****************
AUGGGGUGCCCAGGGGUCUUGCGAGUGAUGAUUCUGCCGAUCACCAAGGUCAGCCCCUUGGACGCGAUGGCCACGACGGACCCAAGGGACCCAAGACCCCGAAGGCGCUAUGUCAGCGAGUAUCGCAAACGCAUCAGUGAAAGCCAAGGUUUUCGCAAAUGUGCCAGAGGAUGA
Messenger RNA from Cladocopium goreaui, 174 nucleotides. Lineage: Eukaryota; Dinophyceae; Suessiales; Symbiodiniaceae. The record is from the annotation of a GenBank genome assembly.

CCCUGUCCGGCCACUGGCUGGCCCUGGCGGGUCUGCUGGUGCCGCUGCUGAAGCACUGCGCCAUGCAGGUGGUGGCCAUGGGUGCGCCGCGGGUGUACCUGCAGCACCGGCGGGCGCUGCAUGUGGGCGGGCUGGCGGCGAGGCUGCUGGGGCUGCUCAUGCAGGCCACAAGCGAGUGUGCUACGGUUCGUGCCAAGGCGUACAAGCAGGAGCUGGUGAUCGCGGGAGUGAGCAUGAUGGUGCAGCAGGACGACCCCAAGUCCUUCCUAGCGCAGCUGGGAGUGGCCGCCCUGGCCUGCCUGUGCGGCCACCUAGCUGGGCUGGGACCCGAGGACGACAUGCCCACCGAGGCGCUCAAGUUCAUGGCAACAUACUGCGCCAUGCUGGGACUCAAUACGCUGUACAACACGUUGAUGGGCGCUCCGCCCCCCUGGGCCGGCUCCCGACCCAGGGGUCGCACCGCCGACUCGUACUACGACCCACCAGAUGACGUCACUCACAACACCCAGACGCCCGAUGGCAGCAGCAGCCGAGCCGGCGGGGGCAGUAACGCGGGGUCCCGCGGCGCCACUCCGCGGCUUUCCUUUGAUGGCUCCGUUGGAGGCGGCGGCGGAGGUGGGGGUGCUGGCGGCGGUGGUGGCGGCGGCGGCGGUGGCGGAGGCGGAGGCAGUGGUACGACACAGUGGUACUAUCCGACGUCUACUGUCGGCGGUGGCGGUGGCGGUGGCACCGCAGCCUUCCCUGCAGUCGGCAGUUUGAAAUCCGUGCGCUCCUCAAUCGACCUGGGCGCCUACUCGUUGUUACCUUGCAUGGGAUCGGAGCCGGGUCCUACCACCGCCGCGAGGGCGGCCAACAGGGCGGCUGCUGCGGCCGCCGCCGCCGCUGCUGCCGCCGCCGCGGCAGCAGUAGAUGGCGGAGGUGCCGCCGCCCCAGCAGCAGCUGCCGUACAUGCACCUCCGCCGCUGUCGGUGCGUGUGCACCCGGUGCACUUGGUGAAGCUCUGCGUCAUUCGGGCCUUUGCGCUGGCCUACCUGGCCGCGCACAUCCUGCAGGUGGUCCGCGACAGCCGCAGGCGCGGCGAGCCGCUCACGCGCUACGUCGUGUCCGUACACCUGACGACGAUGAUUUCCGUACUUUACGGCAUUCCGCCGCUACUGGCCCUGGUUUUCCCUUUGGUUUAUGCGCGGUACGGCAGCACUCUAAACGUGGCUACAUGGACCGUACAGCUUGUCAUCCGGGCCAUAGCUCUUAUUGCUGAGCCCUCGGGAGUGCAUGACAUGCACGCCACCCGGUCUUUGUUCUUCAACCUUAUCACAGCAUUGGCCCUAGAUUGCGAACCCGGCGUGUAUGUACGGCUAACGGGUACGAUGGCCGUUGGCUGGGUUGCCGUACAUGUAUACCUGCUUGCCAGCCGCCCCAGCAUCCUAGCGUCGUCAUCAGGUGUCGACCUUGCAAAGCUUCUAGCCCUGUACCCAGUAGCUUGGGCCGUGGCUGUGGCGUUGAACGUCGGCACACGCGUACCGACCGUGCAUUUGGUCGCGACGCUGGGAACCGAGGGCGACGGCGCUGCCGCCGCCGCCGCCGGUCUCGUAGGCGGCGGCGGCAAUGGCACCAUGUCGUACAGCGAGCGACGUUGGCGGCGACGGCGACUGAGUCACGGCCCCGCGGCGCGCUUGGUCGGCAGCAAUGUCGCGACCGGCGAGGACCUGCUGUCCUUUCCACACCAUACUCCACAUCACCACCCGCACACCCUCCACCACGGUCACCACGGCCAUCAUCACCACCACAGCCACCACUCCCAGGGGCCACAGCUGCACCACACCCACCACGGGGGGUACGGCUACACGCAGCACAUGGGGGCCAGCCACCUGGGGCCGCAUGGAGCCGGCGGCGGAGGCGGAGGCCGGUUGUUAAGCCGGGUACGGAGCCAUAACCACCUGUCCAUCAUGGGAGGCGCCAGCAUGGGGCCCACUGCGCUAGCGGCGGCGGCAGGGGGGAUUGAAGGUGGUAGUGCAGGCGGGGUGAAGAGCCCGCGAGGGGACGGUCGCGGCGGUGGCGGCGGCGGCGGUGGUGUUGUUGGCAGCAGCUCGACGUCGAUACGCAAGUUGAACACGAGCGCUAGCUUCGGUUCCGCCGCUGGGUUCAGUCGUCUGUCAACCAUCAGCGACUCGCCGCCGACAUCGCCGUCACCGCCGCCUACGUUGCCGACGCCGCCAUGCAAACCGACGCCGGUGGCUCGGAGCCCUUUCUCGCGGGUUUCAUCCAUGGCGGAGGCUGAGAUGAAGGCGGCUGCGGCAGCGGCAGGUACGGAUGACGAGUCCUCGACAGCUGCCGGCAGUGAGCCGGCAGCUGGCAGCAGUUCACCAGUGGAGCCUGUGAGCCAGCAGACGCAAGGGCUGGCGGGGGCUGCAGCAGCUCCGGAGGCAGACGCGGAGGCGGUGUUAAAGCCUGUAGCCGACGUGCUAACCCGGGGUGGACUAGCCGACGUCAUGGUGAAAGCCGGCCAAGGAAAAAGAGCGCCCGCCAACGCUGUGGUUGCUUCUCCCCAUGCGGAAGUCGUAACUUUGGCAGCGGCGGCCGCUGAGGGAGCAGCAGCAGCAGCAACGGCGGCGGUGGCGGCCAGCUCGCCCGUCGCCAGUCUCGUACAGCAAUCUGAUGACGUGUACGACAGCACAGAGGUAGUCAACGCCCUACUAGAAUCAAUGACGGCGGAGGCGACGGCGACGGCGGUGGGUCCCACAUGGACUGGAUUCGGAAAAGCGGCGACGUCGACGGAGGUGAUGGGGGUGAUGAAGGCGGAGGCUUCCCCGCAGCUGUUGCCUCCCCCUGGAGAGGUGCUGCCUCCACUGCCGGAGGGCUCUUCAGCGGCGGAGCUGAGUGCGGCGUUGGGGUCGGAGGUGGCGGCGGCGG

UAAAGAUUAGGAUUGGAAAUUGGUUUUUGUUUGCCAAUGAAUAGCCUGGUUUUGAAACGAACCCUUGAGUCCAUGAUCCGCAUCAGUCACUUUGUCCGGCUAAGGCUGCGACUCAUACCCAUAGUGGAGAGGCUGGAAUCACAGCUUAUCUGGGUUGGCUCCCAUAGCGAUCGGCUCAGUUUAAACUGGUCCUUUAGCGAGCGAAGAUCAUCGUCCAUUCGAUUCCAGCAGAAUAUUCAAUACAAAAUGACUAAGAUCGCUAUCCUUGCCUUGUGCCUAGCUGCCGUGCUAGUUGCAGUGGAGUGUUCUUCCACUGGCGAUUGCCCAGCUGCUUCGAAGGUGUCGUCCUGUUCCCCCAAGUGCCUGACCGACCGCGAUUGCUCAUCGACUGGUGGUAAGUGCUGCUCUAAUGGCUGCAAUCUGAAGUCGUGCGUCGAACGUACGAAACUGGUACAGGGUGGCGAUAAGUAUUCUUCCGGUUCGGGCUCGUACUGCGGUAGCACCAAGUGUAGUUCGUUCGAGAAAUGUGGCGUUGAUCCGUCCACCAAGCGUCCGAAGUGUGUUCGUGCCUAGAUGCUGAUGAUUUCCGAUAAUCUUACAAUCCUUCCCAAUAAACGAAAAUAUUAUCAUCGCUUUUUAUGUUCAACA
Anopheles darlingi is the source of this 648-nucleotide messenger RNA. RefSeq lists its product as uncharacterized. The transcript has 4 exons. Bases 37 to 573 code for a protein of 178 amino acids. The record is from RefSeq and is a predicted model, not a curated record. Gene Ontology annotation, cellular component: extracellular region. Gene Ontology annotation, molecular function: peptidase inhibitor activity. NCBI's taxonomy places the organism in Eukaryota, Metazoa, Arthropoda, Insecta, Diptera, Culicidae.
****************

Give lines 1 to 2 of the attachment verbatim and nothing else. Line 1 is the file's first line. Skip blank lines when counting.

AUGGGGUGCCCAGGGGUCUUGCGAGUGAUGAUUCUGCCGAUCACCAAGGUCAGCCCCUUGGACGCGAUGGCCACGACGGACCCAAGGGACCCAAGACCCCGAAGGCGCUAUGUCAGCGAGUAUCGCAAACGCAUCAGUGAAAGCCAAGGUUUUCGCAAAUGUGCCAGAGGAUGA
Messenger RNA from Cladocopium goreaui, 174 nucleotides. Lineage: Eukaryota; Dinophyceae; Suessiales; Symbiodiniaceae. The record is from the annotation of a GenBank genome assembly.